Pakistan PM Yousuf Raza Gilani charged with contempt
Pakistani PM Yousuf Raza Gilani has been charged with contempt in an appearance before the country's Supreme Court.
Mr Gilani is accused of failing to re-open corruption cases against President Asif Ali Zardari.
The prime minister, who faces jail and being barred from office if convicted, pleaded not guilty.
Mr Gilani argues that the president, who denies the corruption charges, has immunity as head of state.
President Zardari is accused of using Swiss bank accounts to launder bribes.
The Supreme Court has said Mr Gilani defied a court order to write to the Swiss authorities and ask them to re-open the cases against Mr Zardari.
Mr Gilani is expected to argue that he received legal advice that it would have been unconstitutional to pursue the cases.
Mr Zardari says the charges against him are politically motivated.
Helicopters hovered overhead and hundreds of riot police were guarding the Supreme Court as Mr Gilani arrived.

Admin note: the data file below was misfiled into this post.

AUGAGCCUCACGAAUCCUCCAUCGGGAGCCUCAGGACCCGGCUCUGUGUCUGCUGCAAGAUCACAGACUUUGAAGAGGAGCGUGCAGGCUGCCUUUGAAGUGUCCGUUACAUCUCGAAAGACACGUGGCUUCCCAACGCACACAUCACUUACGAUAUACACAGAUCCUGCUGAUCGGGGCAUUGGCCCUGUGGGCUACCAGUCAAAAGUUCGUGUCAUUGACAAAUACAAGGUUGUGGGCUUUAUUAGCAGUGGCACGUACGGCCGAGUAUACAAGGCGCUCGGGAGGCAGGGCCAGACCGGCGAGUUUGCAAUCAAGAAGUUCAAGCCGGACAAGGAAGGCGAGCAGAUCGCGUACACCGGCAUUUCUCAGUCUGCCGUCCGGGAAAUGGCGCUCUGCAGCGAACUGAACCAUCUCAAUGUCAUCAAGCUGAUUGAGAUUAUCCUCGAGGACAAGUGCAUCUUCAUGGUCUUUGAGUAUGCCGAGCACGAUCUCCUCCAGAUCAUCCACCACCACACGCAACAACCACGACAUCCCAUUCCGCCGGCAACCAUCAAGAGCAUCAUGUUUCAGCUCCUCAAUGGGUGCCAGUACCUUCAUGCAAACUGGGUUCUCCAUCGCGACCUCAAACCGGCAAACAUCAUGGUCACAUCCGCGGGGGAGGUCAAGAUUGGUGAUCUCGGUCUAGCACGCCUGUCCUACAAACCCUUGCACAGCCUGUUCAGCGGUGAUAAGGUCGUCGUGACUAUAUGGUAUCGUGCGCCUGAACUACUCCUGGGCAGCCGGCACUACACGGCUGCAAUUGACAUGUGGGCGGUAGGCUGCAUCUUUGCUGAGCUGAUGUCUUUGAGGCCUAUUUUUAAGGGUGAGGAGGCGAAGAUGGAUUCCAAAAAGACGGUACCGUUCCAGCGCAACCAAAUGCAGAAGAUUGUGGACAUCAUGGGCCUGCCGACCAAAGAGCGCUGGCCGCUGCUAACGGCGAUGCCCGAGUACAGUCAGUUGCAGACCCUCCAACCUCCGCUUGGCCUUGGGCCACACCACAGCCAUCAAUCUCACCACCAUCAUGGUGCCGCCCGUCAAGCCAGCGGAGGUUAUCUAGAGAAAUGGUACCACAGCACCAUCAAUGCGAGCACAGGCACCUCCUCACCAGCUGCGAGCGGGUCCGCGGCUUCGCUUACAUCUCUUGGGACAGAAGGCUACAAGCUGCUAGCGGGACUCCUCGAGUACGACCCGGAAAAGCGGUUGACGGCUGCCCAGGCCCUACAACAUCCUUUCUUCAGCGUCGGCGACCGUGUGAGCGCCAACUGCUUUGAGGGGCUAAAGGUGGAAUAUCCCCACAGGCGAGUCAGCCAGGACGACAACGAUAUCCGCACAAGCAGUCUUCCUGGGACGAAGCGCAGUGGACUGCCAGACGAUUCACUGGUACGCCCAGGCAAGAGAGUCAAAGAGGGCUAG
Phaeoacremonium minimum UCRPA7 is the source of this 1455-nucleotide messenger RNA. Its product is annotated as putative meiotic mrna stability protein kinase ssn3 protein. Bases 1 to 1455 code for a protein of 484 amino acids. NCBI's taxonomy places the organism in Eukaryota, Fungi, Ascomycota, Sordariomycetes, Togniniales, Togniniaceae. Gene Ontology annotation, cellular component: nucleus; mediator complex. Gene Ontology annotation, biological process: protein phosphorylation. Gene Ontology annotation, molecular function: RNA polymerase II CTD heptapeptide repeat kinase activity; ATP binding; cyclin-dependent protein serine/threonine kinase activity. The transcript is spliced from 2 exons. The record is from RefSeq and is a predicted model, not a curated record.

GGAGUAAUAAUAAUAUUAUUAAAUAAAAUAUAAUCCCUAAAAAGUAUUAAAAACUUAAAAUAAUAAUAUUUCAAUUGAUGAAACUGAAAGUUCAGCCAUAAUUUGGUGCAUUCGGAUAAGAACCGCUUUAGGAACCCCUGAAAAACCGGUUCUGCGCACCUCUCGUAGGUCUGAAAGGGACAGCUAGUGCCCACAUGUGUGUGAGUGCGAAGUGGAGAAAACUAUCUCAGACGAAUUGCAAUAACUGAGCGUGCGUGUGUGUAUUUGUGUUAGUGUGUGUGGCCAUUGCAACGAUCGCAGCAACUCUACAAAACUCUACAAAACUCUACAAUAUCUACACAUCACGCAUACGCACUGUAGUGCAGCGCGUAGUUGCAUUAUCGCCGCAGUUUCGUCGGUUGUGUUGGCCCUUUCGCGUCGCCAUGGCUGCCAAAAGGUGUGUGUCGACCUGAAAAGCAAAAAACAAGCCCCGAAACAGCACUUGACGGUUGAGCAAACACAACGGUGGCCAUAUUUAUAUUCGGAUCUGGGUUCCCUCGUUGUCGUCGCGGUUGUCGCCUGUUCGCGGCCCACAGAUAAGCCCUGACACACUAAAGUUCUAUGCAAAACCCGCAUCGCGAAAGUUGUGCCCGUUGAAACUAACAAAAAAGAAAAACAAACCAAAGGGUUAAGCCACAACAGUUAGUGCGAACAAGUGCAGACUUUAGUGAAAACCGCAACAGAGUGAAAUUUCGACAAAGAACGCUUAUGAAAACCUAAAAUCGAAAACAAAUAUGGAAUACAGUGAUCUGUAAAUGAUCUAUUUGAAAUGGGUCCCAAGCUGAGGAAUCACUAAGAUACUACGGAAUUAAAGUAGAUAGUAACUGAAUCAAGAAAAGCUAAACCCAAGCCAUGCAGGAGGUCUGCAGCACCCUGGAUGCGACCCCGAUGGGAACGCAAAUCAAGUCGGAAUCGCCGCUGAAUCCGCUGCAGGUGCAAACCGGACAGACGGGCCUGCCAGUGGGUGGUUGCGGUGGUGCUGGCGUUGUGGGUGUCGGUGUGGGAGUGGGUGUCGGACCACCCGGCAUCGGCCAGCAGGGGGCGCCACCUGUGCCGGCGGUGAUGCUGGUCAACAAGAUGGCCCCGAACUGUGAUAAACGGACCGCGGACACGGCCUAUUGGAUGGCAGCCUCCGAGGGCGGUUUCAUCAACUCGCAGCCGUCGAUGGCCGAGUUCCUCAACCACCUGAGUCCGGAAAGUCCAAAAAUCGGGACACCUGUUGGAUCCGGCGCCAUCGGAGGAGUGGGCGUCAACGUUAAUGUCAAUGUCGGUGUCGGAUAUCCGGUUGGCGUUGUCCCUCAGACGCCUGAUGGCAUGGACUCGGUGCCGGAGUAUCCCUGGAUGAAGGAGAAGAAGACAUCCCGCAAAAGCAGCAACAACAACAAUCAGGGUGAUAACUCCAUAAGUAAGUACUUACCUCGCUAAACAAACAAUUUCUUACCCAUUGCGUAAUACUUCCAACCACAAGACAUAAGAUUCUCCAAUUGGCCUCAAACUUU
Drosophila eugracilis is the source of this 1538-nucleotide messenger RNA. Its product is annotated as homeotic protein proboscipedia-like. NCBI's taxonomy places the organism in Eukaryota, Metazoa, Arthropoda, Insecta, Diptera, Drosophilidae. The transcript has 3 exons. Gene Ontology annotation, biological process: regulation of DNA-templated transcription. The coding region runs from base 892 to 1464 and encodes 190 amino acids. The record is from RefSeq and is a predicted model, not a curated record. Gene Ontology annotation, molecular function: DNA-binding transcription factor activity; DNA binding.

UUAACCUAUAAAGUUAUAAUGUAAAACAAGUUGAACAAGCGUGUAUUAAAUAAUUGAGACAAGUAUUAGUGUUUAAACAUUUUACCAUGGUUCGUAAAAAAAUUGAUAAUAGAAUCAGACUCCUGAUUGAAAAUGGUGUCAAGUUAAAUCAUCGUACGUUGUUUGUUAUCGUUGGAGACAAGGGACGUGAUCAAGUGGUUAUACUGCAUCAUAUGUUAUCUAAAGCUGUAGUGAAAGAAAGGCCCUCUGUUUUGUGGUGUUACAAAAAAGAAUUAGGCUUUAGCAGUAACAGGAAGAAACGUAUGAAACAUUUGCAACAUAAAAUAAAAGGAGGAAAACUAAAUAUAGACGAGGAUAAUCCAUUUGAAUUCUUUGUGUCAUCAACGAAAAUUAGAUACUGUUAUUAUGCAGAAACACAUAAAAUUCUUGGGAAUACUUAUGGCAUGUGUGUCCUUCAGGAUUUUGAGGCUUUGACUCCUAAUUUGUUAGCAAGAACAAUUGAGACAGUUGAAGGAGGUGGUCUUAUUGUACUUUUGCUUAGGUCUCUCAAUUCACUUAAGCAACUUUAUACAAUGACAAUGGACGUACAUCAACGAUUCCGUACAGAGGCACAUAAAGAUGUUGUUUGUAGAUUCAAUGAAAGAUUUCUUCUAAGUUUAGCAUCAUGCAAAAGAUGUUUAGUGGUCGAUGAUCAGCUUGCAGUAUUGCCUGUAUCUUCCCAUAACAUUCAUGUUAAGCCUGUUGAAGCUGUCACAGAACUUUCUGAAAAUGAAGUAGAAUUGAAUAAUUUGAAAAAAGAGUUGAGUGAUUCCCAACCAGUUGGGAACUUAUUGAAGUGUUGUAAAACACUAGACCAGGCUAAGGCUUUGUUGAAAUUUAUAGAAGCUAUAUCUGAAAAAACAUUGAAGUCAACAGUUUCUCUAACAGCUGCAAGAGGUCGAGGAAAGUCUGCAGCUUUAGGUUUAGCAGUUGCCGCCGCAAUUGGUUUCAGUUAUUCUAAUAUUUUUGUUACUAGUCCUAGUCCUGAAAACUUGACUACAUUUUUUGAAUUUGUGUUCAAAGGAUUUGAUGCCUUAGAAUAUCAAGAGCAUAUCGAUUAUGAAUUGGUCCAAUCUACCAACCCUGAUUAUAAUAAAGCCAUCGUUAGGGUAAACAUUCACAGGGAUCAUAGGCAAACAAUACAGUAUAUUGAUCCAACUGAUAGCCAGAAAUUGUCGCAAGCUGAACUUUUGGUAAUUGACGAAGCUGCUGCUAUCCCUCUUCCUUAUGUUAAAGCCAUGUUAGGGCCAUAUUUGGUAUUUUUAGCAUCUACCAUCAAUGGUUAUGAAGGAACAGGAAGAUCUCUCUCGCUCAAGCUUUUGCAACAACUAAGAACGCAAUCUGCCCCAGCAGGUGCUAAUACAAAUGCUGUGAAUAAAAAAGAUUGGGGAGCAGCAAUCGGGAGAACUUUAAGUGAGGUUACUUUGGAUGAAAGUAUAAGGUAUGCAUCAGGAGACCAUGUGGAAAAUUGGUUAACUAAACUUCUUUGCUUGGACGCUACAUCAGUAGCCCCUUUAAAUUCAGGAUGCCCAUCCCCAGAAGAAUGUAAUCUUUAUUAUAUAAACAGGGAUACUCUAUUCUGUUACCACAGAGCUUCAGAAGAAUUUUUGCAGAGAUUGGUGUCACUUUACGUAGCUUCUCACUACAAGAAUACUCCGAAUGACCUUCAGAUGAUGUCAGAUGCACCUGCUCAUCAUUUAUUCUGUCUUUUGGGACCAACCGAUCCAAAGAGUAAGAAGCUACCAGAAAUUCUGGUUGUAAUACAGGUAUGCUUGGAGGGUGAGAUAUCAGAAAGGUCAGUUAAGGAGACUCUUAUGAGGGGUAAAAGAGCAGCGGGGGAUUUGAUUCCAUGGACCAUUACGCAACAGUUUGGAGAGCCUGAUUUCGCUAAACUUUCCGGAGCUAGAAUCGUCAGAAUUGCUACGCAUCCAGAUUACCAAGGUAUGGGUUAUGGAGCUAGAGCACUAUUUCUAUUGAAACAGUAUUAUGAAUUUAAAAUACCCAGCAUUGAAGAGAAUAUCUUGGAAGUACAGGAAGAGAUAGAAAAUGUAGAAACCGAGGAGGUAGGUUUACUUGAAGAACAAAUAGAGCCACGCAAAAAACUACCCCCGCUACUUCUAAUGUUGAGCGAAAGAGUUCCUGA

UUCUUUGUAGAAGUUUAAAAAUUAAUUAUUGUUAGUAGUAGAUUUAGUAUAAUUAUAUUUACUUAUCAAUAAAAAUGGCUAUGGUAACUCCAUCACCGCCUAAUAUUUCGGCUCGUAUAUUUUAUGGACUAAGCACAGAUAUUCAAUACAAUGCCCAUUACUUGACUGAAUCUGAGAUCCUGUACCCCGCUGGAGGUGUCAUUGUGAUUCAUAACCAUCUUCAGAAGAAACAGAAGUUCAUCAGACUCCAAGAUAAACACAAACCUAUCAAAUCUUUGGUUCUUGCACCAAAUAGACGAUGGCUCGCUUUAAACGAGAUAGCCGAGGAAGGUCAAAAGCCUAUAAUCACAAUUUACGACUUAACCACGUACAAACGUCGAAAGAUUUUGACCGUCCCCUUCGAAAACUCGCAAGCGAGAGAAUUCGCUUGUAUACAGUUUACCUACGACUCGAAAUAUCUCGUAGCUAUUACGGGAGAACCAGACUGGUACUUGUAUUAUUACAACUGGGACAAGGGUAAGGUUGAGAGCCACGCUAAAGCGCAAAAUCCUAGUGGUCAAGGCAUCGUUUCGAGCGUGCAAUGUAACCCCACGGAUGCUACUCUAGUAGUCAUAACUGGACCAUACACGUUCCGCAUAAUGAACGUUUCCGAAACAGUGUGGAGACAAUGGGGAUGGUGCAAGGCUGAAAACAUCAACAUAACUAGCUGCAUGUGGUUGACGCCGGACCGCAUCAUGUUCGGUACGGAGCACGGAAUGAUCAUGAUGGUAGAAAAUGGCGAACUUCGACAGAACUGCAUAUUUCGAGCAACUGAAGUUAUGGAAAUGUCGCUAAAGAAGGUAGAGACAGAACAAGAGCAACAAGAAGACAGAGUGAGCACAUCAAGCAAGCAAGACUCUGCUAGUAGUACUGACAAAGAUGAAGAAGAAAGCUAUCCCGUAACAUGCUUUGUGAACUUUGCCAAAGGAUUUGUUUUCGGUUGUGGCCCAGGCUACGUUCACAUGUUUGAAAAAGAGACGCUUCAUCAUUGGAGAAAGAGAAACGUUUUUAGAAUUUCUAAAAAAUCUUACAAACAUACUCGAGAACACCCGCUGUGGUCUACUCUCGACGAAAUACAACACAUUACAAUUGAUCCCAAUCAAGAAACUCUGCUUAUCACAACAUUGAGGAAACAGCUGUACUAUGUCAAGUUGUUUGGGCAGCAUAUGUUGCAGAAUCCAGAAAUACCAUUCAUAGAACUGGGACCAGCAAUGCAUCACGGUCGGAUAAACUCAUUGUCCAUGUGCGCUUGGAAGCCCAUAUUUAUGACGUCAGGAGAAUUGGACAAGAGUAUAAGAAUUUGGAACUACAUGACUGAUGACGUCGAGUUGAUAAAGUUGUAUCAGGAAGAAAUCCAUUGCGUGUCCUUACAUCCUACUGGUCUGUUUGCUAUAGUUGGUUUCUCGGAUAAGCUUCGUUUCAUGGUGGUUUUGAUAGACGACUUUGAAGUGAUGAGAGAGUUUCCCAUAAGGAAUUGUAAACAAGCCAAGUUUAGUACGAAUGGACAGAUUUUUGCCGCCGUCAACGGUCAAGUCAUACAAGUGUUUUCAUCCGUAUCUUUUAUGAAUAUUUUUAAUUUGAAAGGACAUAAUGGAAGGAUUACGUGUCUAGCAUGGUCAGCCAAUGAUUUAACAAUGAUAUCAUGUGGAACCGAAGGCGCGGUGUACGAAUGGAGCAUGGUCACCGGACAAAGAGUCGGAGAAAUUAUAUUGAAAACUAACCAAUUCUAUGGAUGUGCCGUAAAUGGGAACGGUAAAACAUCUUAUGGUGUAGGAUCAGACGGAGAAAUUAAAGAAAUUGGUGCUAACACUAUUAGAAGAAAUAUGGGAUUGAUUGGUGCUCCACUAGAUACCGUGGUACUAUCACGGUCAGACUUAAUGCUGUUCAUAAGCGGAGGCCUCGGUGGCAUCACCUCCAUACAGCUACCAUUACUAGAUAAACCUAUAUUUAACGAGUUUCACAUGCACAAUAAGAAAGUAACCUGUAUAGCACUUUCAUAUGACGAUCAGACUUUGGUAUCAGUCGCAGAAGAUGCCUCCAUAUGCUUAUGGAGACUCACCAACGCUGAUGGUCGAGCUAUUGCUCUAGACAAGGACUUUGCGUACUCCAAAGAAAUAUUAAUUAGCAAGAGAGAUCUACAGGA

The case has now been adjourned until 28 February. Mr Gilani will not have to appear on that date.
This could now become a lengthy process as even if Mr Gilani is convicted, he will have the right to appeal, reports the BBC's Aleem Maqbool in Islamabad.
The case is part of a stand-off between the government and the judiciary, which many believe is being backed by the military as it pursues the case against the civilian administration.
Many are concerned that the case will distract Mr Gilani's focus from Pakistan's many complex problems to his own survival, our correspondent adds.
"It's a sad day for Pakistan," Qamar Zaman Kaira, a senior member of Mr Zardari and Mr Gilani's Pakistan People's Party (PPP), said outside court, according to AFP.
In 2009 the Supreme Court overturned an amnesty dating from the period of former President Pervez Musharraf which protected President Zardari and hundreds of other politicians from being prosecuted for corruption.
In an interview with Al-Jazeera television last week, Mr Gilani acknowledged he would have to stand down if convicted.
"If I'm convicted, then I'm not even supposed to be a member of the parliament," he said.